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Sunday, 2 June 2013

Rebuilding the trade unions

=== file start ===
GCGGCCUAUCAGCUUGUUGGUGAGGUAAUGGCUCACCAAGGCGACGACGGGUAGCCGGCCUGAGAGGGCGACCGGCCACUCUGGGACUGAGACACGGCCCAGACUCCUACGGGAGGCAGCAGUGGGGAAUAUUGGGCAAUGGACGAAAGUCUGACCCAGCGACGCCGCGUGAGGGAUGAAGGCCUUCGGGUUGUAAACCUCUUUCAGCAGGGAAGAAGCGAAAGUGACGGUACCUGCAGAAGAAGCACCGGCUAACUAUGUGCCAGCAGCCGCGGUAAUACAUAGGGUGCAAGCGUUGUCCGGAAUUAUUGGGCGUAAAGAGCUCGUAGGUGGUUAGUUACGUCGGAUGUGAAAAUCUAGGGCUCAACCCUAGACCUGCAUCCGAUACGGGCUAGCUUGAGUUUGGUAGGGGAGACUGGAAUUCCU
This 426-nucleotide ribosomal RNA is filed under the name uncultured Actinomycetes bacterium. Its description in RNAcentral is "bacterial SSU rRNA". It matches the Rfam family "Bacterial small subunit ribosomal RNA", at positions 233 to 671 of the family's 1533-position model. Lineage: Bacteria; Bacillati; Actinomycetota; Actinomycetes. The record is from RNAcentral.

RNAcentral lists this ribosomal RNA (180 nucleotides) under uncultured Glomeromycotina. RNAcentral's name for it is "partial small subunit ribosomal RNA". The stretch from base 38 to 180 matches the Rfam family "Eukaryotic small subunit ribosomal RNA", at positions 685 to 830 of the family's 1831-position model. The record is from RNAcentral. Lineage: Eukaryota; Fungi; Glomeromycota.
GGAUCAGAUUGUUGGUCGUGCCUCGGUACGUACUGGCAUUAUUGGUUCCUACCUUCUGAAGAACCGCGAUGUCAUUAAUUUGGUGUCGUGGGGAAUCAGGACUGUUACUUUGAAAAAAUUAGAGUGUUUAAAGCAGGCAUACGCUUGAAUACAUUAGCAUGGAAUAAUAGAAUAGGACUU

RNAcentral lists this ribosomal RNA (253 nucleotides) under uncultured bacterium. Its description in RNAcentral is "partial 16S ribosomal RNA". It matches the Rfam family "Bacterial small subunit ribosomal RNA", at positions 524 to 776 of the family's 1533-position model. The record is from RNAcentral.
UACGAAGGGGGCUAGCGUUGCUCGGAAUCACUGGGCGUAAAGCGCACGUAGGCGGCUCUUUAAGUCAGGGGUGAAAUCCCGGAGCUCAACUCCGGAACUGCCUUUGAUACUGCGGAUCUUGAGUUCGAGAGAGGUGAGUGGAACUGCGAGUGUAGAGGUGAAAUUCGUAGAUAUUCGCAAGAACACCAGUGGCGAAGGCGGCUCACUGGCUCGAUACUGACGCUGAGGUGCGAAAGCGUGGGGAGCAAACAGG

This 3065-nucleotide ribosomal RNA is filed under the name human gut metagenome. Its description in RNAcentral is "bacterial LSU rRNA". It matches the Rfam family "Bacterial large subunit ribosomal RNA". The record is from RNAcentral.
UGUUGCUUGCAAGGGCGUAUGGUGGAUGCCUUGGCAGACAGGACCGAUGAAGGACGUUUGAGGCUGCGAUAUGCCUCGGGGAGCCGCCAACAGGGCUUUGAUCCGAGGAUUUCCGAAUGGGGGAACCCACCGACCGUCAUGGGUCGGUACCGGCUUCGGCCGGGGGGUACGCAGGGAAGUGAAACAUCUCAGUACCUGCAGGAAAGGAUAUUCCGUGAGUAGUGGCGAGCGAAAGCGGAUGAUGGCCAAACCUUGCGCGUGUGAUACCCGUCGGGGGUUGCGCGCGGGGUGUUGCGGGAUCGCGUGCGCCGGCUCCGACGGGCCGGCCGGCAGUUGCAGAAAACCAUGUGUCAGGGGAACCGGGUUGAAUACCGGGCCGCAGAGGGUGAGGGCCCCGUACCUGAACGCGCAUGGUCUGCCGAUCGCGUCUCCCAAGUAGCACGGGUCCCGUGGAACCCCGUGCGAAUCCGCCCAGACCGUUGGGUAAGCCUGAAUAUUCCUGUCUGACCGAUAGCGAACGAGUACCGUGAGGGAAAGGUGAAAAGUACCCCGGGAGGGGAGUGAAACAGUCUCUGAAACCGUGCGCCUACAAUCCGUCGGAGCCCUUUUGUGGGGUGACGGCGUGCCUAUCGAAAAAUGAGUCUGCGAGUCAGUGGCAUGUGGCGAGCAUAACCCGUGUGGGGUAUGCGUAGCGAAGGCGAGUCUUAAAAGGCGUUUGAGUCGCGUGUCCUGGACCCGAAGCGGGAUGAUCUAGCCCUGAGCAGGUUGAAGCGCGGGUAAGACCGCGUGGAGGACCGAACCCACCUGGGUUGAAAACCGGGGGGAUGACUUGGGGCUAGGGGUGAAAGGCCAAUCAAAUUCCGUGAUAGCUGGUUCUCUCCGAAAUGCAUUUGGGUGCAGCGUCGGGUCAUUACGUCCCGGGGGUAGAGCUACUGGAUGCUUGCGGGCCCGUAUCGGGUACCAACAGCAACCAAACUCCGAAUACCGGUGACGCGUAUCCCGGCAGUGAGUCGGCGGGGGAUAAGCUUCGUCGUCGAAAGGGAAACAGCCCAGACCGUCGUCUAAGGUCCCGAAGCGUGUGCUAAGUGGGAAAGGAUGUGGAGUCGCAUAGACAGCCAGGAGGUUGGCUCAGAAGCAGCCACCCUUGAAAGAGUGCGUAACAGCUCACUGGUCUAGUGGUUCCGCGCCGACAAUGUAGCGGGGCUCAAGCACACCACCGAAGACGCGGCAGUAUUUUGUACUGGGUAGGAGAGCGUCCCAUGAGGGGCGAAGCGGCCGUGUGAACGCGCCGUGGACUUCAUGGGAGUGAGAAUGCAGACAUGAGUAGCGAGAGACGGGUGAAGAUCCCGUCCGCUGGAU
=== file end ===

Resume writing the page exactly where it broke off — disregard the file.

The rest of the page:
When you mention trade unions to Joe public you’re either met with abuse or complete bemusement. Far fewer people are part of a union these days and we have to ask why. Of course the deindustrialisation played its part with far less manual labour jobs being about the highest density of union membership is in the public sector where you’re in the minority if you’re not in a union. It’s interesting to find out why this is. I think a lot of peoples jobs now are not seen as jobs for life and quite often you’re in and out of a job so joining a union even if you knew about what union is for you may not join simply as you don’t have the time or the funds to do so. I think unions must change and look to reach out to these workers. But as socialists I do think we could be doing more too. Instead of calling for 24 hour general strikes which may be the right thing at some point but doesn’t look likely anytime soon with the current leadership of our unions. I’d suggest focusing on rebuilding the trade union movement from the bottom up. For example we could be on the work gates at the start and end of the working day looking to recruit to the union explaining the benefits and that we are stronger together. This will not only boost the union membership but will also show we ourselves are serious about rebuilding the unions too. If we are actively getting involved in recruiting instead of raising slogans like a 24 hour general strike when some workers are not even involved in a union it’s difficult to link the two together. It’s quite a jump for some workers new to the movement. Not that many don’t want to fight back but we must be patient with some who may be coming into unions for the first time. I don’t see why we cannot have a due pronged attack with a rank and file level trying to raise the agitating and propaganda at a bottom up level and also having that appeal putting demands on the union leadership to struggle to improve things for the members. A 24 hour general strike with further action is totally necessary but the more I hear the slogan I do wonder if it’s being pitched in the right way. Are we explaining what we men when we say it? I think many are scared off by the slogan in some ways as they automatically think of a all out general strike which the last one in 1926 led to a huge defeat so workers are naturally wary of such terms. I think we must be explicit in explaining what we mean and what generalising all the fight backs would mean for the struggle we face. I do think we need a new rank and file movement the NSSN which we participate within is good but is not a proper rank and file body. It does support rank and file workers don’t get me wrong but it doesn’t at this point have representation in all unions with a commanding influence as yet. Workers do not see the NSSN as a genuie rank and file movement as yet maybe they will but certainly it’s a factor in the movement but not yet a decisive one. So far its been used by the socialist party and other leading union officials to put pressuer on the TUC. This can be one role of a organisation like the NSSN but it could also be building ral links in the bodies of theseunions generalising struggle linking disputes together and lending solidarity. In this day and age of workers being divided it must be for bodies like the NSSN to draw workers closer together from different sectors and try to destroy barriers tat are put up to divide us and look for common struggles to link workers together. Solidarity is key here too. Of course having a union which fights for you is member lead and does what it’s supposed to will have better success in recruiting to its union but even not so good unions can still recruit. Even during a time when most unions have abandoned the idea of struggle and some have even a no strike agreement with the labour party to save them any embarrassment before the next general election some unions have still seen a growth in membership. I know Unison has had a recruitment drive with television adverts and a big push in the media too which has given them a boost. Every so often this is necessary even for a right wing lead union like unison as the bureaucracy at the top fears a declining membership for its own selfish reasons as the members pay their highly inflated salaries so a falling membership is in their interests even if just to cement their own comfy positions at the top. There is positive news though out last week. The Department for Business, Innovation and Skills [BIS] says union membership in the private sector increased by 63,000 in 2012 to 2.6m, after falling sharply – by 450,000 – between 2007 and 2010. The proportion of female employees who were in a trade union was around 29% in 2012, compared with 23% for male employees. This marks a significant gender shift. In 1995, 35% of male workers were union members and 30% of female workers were in a trade union. The annual BIS report says in total around 6.5m people were trade union members in 2012, which is up by 59,000 from 2011. According to the report, the proportion of employees who were trade union members was highest among Black or Black British ethnic groups at 28% in 2012, compared with 26% for all employees. Officials say the rise in trade union membership follows four consecutive annual falls in membership of more than 100,000 following a period of broad stability between 1995 and 2007. The report also notes that the economic downturn has had an uneven effect on membership. The BIS says union membership levels have kept pace with an overall increase in the numbers of UK employees between 2011 and 2012, because the number of private sector employees who were members increased faster than the numbers who were non-members. Union members continue to enjoy a wage “premium”, according to the BIS. Of every £10,000 earned by a non-union member in the public sector, on average a union member earned around £1,690 more in 2012 and an additional £430 in the private sector. In the public sector, union membership levels were broadly stable in 2012, after falling sharply by 186,000 in 2011. A long-term decline in private sector membership had been blamed on the loss of jobs and union members in the UK manufacturing industry, where membership is now around one third of the level in the mid 1990s. In addition, around 0.5m members have gone from the construction, finance, transportation and storage industries. Historically, large proportions of workers in these sectors had been union members. The report also notes that the average age of union members is rising. About 36% of trade union member employees were aged over 50 in 2012, compared with 22% in 1995. People working in professional occupations were more likely to be trade union members last year than employees in other occupations. The BIS says employees in the professional occupations account for 49% of all union members, although only for 20% of all employees in the UK worked in this sector. With reference to union news Uk and the office for national statistics